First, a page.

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National World War II Reunion and the Veterans History Project

May 29, 2004

During this day, the Veterans History Project presented two programs—they are listed below in chronological order by time. Each video is playable on this page by selecting the play button. Videos can be expanded to full-screen by selecting that icon. Closed-captioning is turned on by selecting the CC icon.

"Stories of Service, Part 2" (46 minutes)

Presenter: Richard Bloxsom, Joseph De Luca, and Marty Higgins
Introducer: Congressman Steny Hoyer
Moderators: Fredrick Wallace & Judith Kent

Please note: The following biographical information was written at the time of the event in 2004 and has not been updated.

Robert Bloxsom (White Stone, VA)

Robert Bloxsom's experience in the U.S. Merchant Marine began after he graduated from the Pennsylvania School Ship in 1941. During the war, his assignments took him to South Africa, England, and the Persian Gulf at the time when ships faced air raids and torpedo attacks. During these years, he advanced to the rank of Third Mate. at age 24, Bloxsom became Captain of the Liberty ship, Lillian Nordica, sailing his ship into Antwerp two weeks after it had been taken from the Germans. He left the Merchant Marine in 1948, and two years later joined the U.S. Coast Guard. He retired from the Coast Guard in 1974, following his last command on the Dallas. He has written an account of his life at sea during the war, "The Sailor," and continues to tell great sea stories.

Joseph De Luca Jr.(Wooster, OH)

In 1943, at age 18, Joseph De Luca Jr. entered Company C, 411th Regiment, 103rd Infantry Division. During his two-year European assignment, he saw combat in Belgium, Germany, Austria and Italy. With the army of occupation, he served as an MP in the Seventh Army in Heidelburg, Germany, and as part of the honor guard for General George S. Patton Jr. of the Third Army. In 1992, he joined other veterans at combat sites and military cemeteries in the Trail of the 103rd. Now retired and a member of the American Legion, De Luca does military duty at the National Cemetery in Redmond, Ohio, and serves on the firing squad for military funerals. A first-generation American, De Luca says it was an honor to serve his country as a way of saying thanks for the good life his family found in this country when they emigrated from Italy.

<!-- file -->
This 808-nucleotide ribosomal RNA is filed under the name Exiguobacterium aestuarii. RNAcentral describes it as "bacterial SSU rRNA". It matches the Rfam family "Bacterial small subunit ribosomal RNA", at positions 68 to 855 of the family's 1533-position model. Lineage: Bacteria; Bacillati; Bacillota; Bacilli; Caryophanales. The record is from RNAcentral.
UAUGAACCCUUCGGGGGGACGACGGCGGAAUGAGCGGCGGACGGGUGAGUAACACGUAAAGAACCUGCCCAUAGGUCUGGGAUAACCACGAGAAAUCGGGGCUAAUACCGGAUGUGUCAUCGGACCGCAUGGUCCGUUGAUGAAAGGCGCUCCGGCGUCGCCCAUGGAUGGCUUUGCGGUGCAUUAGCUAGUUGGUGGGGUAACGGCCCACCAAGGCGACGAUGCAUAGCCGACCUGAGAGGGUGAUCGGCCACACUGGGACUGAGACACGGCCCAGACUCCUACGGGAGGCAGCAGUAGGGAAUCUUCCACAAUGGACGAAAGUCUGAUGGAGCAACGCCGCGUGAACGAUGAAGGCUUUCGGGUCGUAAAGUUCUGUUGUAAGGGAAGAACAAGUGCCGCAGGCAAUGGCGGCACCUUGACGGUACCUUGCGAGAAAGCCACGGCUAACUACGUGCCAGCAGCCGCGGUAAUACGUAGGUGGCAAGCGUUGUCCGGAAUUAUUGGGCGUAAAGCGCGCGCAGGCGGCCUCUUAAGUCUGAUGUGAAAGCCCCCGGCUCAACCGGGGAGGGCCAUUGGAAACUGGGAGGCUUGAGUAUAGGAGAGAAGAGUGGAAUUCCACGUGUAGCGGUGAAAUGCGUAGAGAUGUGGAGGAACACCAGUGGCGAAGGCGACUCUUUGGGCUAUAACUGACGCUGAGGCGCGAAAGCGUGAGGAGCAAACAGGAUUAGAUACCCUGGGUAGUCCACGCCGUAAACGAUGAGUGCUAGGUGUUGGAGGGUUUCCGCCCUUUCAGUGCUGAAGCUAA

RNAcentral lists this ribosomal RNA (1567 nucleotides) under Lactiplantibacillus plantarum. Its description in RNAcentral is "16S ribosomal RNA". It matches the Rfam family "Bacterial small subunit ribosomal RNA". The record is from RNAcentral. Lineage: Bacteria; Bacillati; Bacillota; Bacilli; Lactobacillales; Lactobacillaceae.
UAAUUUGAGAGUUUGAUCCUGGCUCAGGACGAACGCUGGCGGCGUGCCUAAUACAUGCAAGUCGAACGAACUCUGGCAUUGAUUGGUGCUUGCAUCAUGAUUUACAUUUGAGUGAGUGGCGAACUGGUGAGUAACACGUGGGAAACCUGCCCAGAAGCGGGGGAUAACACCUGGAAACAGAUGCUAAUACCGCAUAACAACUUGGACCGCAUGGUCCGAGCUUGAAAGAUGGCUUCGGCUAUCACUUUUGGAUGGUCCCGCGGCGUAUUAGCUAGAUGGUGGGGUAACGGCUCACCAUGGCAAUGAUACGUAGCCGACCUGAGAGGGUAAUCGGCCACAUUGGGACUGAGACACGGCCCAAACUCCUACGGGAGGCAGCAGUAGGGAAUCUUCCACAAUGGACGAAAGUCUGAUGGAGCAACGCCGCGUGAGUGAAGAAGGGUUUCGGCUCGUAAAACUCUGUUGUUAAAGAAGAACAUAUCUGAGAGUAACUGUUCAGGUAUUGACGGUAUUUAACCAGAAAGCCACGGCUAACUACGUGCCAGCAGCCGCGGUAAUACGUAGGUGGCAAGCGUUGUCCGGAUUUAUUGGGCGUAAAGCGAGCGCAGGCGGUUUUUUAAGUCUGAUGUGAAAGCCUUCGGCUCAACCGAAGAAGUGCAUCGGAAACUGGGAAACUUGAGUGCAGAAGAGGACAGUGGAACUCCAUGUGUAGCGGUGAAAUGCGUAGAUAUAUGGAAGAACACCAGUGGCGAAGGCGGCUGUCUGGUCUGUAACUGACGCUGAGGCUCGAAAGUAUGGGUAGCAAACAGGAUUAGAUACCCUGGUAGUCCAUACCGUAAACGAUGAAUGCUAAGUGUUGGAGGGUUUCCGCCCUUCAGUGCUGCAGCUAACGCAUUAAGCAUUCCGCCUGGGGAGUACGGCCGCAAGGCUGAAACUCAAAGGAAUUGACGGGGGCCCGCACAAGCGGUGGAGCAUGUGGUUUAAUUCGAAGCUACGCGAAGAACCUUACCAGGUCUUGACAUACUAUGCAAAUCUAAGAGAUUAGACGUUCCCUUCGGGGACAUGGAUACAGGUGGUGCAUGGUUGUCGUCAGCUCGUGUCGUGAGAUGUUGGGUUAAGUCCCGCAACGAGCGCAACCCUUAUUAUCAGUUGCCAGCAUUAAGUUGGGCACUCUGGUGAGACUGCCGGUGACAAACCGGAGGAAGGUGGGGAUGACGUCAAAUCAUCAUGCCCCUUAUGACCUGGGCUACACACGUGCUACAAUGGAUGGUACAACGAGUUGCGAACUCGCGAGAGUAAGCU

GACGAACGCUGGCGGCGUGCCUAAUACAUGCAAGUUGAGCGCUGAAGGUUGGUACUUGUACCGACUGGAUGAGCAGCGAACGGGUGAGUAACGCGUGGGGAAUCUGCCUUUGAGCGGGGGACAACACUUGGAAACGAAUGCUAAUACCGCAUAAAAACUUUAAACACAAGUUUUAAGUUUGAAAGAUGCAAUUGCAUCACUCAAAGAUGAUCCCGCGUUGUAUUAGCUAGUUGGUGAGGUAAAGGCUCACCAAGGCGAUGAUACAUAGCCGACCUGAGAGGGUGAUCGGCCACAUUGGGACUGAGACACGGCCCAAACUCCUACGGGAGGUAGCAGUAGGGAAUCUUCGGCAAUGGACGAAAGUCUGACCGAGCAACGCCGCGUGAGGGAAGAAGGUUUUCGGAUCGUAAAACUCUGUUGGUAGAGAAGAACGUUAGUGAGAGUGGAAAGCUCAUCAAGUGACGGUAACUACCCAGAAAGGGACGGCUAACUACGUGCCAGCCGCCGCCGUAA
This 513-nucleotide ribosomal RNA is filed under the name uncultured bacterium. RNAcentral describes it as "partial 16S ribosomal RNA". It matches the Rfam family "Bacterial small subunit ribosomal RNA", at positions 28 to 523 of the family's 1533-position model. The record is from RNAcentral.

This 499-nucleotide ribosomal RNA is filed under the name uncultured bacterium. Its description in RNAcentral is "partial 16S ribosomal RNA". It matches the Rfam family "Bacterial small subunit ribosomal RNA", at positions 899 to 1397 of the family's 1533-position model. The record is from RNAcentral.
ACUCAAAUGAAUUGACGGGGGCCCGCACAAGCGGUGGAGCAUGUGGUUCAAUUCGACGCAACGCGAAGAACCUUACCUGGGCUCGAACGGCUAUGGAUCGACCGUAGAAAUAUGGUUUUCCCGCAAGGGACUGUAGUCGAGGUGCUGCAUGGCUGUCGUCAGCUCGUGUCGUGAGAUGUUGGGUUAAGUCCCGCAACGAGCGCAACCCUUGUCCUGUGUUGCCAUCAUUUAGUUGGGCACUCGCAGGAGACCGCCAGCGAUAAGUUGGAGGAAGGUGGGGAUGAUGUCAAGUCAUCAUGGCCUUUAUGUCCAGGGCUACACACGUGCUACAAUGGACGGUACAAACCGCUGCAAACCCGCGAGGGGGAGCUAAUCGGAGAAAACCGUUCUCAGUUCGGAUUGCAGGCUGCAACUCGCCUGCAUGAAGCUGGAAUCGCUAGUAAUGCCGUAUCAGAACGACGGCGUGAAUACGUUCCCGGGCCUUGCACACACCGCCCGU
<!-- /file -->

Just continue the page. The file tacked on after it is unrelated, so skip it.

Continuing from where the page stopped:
Marty Higgins (Anna Maria, FL)

After graduating from St. Peters College in 1939, Marty Higgins joined the 101st Cavalry Regiment, Squadron C, in Brooklyn, N.Y., and was sent to Ft. Devins, Mass. He received his Cavalry commission at Ft Riley, Kansas, in 1941, and was assigned to the 10th Cavalry Regiment in California in 1942. In 1944, he was sent to Africa, transferred to the 36th (Texas) Infantry Division, participated in the invasion of Southern France, and took command of A Company. He was captured at the end of that year, sent to Luckenwalde, Germany, and was liberated by the Russians in 1945. He returned to the United States following his release from service in August 1945, and worked in the playing card industry for 33 years. In his retirement, he has been a literacy advocate and teacher, and has been active in numerous community organizations.

Fredrick Wallace (Alpharetta, GA)

Wallace served in the Air Force during the Korean War. In 1970, after 20 years in the military, he retired at the rank of Major. Moving to Los Angeles, he worked for the Veterans Administration and counseled veterans returning from the Vietnam War. During those years, the VA began the Veterans on Campus program, which Wallace believes was one of the most effective VA programs. In 1995, he retired to Georgia where he volunteers for AARP and through its Partners program, contributes his time and energy to the Veterans History Project.